Canada's Warship Naming Ceremonies Explained

Naming ceremony for Harry DeWolf
Naming ceremony for Harry DeWolf

Published Oct 9, 2018 4:47 PM by Colin Darlington

The first of the Arctic and Offshore Patrol Vessels (AOPV) being built by Irving Shipbuilding under the Arctic and Offshore Patrol Ship (AOPS) project for the Royal Canadian Navy (RCN) was launched in September 2018. A naming ceremony took place on October 5. The following are short descriptions of some of the terms that could be used during such occasions.


Though traditionally naming and launch ceremonies were filled with religious aspects, increasingly they have become secularized. In the RCN the ceremony was called a christening but in modern times that has been changed to naming. At the ceremony, after speeches and prayers, the sponsor breaks a bottle of wine or other liquid on the ship’s bow as a toast and then declares the ship’s name with words as “I name you Harry DeWolf. Bénit soit ce navire ainsi que tous les hommes et femmes naviguant à son bord.” It is at this point that the ship is officially named. 

Prior announcements are declarations of the intended name, and ships have on occasion had their name changed before their naming ceremony. During building the ship may be called “Irving Hull ###” by the shipbuilder or “AOPS#” by project staff; she can also be known as “future HMCS Name” or “future Name.” The future HMCS Harry DeWolf is Irving Hull 103 and AOPS1, and her sisters of the Harry DeWolf-class will be numbered sequentially after that.


A person, traditionally a woman, selected for her or his relationship to the ship’s namesake or role and who represents the crown/state at the naming ceremony. It is said that the sponsor’s spirit and presence guides the ship throughout the service life of the ship.


A launch usually occurs after a naming but as the launch process for an AOPS can take a couple days and as it is intended that the naming be a major ceremony, the launch for Irving Hull 103 was prior to the naming. In the past, right after the sponsor declared the ship’s name, a ship was launched stern first, bow first or sideways (beamwise) down a slipway directly into the water. In the case with Irving Hull 103, the vessel was “transitioned,” carried from the wharf where she was built onto a barge. The barge was moved away from the wharf and semi-submerged, allowing the ship to float up. The ship was then towed to the wharf and secured alongside to be fitted out and for the naming ceremony.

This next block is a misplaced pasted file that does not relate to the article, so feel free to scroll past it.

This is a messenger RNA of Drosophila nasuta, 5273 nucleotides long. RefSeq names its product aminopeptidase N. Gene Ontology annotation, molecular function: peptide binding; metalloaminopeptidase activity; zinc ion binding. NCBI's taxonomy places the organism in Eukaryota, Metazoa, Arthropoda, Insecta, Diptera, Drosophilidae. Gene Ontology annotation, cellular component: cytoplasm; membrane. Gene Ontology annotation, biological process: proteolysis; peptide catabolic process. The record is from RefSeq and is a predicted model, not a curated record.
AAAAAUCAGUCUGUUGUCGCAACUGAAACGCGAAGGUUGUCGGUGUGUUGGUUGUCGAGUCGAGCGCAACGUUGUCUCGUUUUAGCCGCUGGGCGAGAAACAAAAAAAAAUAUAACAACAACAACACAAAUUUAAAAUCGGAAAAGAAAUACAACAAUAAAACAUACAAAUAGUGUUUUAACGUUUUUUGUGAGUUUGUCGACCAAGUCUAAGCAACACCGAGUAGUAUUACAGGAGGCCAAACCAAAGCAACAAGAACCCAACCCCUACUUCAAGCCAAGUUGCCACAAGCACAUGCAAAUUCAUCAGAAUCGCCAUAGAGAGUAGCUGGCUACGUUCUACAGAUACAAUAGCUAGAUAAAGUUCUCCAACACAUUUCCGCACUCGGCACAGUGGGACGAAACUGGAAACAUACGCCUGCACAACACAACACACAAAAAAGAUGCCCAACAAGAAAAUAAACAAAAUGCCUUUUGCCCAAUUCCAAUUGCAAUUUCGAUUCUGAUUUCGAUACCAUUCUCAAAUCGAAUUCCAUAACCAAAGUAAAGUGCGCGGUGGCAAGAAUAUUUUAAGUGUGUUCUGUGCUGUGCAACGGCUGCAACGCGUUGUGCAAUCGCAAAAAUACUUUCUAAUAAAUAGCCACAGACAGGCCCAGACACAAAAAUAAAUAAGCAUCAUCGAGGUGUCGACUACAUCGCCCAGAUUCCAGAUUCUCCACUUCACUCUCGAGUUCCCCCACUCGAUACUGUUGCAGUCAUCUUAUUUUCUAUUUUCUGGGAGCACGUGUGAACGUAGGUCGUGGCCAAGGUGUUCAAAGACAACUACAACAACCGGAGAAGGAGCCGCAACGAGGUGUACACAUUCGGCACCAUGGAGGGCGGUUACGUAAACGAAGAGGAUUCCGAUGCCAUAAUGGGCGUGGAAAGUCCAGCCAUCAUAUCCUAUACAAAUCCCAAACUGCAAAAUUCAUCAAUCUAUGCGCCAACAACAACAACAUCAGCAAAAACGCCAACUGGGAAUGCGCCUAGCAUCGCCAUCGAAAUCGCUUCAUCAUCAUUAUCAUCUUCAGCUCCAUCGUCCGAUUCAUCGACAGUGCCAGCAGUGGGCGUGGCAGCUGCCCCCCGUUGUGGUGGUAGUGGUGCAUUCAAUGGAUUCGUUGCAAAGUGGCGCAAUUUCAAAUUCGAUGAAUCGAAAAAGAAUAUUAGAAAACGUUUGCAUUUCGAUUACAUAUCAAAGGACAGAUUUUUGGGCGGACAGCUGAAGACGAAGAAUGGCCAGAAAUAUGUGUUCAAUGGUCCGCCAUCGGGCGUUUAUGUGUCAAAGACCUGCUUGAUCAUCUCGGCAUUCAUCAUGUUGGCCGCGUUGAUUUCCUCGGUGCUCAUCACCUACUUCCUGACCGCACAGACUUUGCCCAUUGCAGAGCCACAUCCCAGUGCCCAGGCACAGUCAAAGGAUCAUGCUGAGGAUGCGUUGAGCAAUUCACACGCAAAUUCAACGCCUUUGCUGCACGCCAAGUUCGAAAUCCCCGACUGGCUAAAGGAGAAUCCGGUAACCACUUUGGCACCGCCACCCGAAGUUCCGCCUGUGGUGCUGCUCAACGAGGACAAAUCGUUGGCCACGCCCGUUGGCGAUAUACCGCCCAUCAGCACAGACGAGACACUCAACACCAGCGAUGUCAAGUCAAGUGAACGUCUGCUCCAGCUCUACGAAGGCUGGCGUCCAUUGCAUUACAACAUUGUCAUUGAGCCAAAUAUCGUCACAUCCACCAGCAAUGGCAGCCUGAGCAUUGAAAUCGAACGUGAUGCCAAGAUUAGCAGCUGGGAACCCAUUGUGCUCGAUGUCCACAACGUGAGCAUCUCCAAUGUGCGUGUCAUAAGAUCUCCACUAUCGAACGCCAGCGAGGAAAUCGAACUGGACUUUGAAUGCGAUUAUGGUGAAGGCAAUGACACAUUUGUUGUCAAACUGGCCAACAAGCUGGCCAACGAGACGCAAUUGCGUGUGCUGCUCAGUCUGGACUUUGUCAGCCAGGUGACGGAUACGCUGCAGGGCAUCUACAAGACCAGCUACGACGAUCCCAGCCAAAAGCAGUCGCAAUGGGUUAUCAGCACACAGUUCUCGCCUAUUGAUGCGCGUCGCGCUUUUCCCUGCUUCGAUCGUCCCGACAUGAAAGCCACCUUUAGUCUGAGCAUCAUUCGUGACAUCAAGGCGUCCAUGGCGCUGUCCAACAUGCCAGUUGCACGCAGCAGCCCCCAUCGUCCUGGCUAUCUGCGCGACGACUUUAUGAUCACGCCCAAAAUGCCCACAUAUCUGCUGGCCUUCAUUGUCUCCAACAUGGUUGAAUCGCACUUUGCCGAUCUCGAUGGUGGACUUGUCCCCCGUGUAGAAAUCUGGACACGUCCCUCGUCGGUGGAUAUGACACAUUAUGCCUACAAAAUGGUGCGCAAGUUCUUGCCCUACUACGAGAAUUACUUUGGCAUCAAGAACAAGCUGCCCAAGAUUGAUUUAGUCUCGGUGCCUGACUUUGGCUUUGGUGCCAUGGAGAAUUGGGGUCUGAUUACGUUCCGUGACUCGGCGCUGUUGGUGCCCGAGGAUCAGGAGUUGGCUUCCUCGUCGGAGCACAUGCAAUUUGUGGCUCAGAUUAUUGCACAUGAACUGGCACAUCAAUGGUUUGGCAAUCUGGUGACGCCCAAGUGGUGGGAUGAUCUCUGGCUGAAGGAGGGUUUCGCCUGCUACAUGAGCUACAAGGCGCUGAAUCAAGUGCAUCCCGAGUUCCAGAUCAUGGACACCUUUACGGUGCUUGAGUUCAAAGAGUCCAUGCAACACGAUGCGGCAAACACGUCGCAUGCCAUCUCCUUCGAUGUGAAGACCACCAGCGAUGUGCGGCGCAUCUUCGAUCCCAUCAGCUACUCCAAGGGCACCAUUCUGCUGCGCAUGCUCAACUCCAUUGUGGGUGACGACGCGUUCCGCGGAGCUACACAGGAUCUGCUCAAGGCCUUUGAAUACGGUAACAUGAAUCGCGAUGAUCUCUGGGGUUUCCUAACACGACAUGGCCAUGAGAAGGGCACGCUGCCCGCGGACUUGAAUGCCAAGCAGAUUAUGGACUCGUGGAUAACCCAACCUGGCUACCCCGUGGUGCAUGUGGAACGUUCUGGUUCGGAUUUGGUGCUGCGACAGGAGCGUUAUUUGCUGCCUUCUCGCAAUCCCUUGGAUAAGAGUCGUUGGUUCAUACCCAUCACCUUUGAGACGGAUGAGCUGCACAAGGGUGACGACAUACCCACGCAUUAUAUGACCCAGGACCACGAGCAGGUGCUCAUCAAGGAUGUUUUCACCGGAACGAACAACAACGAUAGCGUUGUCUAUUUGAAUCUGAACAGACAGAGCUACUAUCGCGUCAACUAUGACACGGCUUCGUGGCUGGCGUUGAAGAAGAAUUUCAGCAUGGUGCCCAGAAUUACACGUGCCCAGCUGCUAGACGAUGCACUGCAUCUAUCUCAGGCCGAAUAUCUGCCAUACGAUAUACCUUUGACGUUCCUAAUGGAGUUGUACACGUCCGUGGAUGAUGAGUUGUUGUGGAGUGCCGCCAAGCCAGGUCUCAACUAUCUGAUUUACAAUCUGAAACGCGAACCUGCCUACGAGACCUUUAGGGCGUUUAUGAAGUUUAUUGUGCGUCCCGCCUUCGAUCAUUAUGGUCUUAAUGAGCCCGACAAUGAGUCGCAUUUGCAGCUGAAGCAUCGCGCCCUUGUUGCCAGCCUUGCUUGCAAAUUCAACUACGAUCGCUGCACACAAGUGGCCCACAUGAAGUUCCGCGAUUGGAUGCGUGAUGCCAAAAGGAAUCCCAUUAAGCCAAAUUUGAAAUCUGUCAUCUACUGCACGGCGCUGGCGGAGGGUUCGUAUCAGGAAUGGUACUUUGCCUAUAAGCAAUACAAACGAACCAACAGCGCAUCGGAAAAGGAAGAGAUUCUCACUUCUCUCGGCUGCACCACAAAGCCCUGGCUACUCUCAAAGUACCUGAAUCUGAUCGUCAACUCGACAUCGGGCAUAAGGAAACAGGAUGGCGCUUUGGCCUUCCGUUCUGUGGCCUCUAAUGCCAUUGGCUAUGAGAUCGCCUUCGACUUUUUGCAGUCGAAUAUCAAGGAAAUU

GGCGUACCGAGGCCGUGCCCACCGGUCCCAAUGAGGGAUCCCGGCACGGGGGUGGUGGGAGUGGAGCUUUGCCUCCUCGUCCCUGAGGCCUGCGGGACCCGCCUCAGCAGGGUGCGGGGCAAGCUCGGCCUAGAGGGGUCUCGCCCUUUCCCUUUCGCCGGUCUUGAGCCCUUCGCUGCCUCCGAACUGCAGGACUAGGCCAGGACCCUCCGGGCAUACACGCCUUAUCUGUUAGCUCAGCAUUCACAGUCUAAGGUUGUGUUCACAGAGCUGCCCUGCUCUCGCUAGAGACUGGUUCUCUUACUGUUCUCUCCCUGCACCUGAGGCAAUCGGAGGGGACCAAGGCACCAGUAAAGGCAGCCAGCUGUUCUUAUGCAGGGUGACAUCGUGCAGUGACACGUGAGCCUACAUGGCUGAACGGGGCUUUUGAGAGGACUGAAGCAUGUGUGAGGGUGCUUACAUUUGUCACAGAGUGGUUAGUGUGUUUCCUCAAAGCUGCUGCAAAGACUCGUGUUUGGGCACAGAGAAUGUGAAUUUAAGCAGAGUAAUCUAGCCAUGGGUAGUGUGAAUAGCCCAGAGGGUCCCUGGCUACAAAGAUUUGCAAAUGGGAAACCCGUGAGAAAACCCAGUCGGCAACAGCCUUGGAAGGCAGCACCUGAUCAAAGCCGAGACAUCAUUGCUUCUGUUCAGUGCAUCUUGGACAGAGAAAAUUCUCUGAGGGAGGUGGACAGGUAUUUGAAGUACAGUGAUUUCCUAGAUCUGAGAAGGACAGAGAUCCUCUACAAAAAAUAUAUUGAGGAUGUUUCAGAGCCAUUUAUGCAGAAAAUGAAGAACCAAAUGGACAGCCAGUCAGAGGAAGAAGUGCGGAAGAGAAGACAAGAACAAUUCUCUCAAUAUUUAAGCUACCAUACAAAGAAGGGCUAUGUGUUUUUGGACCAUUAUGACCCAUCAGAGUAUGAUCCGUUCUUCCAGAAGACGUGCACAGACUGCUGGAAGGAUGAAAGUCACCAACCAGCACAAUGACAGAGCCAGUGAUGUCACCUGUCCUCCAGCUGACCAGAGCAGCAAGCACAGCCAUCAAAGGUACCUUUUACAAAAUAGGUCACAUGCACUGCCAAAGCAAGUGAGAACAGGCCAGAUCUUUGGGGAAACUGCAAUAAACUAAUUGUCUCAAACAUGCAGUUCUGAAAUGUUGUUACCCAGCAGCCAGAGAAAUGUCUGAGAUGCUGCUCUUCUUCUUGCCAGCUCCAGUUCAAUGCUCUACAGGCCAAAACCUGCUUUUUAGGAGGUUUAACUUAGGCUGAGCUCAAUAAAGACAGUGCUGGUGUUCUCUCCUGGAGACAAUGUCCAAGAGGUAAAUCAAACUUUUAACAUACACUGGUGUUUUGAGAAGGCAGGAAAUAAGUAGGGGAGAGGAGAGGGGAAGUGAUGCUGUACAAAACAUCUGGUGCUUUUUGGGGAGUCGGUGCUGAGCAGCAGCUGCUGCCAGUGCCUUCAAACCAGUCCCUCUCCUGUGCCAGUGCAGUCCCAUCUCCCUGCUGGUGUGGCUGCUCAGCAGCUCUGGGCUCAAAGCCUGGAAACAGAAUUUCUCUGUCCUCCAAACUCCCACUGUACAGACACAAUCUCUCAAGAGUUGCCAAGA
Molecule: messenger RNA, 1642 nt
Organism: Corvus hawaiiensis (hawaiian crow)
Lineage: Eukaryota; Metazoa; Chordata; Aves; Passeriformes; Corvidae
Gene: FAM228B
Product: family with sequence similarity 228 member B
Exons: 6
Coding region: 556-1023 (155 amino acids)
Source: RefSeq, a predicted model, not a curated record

The occasion of signing a certificate by AOPS and other government staff and by shipbuilder representatives indicating that the builder has achieved contract requirements to date and that the government now assumes responsibility for the ship. The occasion is marked by a small ceremony, usually in the ship’s captain’s cabin. For Harry DeWolf, acceptance will occur some time after the launch, after builder’s and acceptance trials are completed and before naval trials and the commissioning ceremony. 

Acceptance can be considered as “delivery” of the ship by the builder, though that may be affected by contractual stipulations. After the acceptance a naval officer assumes command of the ship (having been ordered or commissioned to do so), relieving the shipbuilder’s civilian master. The ship is legally in active service as of this time, and the identifier HMCS (Her Majesty’s Canadian Ship) is put as part of the ship’s name.

Builder's Trials 

Evaluation trials and inspection conducted by the builder for the purpose of assuring the builder and the Navy that the ship is, or will be, ready for acceptance trials. These trials are a comprehensive test of all ship's equipment and approximate the scope of the acceptance trials.


The ceremony marking the taking into active naval service of a ship. The event may be some months after the date when a naval officer took command and the ship entered active service. Commission refers to the orders to a naval officer to take command; it is not the ship per se that is commissioned though often the expression “commissioned ship” is used.

Colin Darlington is Commander, Royal Canadian Navy (retired), and Vice-President of the Royal United Services Institute of Nova Scotia.

The opinions expressed herein are the author's and not necessarily those of The Maritime Executive.